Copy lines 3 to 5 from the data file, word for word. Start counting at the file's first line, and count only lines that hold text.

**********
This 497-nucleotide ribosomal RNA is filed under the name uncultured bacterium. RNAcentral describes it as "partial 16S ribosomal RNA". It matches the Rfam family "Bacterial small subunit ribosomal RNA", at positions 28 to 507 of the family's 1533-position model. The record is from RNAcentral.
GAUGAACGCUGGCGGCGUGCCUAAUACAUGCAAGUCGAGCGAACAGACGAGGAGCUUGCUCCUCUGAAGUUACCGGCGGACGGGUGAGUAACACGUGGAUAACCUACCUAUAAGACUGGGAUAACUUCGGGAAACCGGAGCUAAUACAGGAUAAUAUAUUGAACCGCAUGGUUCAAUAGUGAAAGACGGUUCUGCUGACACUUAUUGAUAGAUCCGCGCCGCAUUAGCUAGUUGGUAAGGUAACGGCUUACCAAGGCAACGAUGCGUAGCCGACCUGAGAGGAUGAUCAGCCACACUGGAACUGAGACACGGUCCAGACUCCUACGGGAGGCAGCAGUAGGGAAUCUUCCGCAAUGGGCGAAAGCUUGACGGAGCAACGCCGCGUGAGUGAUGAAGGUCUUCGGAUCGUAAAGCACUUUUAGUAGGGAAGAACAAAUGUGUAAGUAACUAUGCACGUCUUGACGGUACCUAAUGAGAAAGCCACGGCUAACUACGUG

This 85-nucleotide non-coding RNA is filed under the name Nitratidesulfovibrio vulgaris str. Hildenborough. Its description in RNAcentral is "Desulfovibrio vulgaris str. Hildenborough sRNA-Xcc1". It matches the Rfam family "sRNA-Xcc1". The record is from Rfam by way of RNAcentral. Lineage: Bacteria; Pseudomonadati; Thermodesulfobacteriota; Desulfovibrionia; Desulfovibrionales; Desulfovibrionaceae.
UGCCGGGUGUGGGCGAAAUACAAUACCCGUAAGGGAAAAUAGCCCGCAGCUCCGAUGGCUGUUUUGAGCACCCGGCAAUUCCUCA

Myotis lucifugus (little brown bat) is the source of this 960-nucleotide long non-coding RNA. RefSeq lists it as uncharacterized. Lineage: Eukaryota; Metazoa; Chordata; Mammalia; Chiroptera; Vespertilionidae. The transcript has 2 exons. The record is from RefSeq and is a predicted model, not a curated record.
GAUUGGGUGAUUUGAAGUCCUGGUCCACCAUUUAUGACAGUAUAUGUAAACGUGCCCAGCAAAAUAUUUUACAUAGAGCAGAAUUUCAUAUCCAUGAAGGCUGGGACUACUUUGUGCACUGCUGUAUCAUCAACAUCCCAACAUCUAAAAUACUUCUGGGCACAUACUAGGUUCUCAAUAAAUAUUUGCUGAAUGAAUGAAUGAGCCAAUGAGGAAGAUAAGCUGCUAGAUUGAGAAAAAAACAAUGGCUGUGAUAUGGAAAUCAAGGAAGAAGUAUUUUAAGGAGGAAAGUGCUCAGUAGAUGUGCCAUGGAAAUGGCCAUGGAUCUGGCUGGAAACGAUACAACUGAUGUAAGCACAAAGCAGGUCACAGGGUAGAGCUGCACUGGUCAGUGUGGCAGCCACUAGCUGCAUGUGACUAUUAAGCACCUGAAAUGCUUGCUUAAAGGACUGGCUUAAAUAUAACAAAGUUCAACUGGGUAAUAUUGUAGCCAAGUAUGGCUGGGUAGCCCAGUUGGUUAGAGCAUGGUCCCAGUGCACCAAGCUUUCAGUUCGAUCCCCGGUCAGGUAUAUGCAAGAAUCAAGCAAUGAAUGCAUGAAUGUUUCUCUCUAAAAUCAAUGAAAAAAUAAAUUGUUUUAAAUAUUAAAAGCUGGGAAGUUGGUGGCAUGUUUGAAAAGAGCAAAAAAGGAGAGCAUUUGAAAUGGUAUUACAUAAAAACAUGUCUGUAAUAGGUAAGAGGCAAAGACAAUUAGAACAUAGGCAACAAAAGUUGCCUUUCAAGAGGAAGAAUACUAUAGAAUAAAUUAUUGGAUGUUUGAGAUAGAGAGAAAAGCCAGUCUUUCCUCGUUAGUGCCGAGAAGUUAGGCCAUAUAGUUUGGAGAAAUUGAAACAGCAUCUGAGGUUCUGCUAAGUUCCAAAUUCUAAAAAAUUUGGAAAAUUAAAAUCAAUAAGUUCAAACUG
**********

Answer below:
This 85-nucleotide non-coding RNA is filed under the name Nitratidesulfovibrio vulgaris str. Hildenborough. Its description in RNAcentral is "Desulfovibrio vulgaris str. Hildenborough sRNA-Xcc1". It matches the Rfam family "sRNA-Xcc1". The record is from Rfam by way of RNAcentral. Lineage: Bacteria; Pseudomonadati; Thermodesulfobacteriota; Desulfovibrionia; Desulfovibrionales; Desulfovibrionaceae.
UGCCGGGUGUGGGCGAAAUACAAUACCCGUAAGGGAAAAUAGCCCGCAGCUCCGAUGGCUGUUUUGAGCACCCGGCAAUUCCUCA

Myotis lucifugus (little brown bat) is the source of this 960-nucleotide long non-coding RNA. RefSeq lists it as uncharacterized. Lineage: Eukaryota; Metazoa; Chordata; Mammalia; Chiroptera; Vespertilionidae. The transcript has 2 exons. The record is from RefSeq and is a predicted model, not a curated record.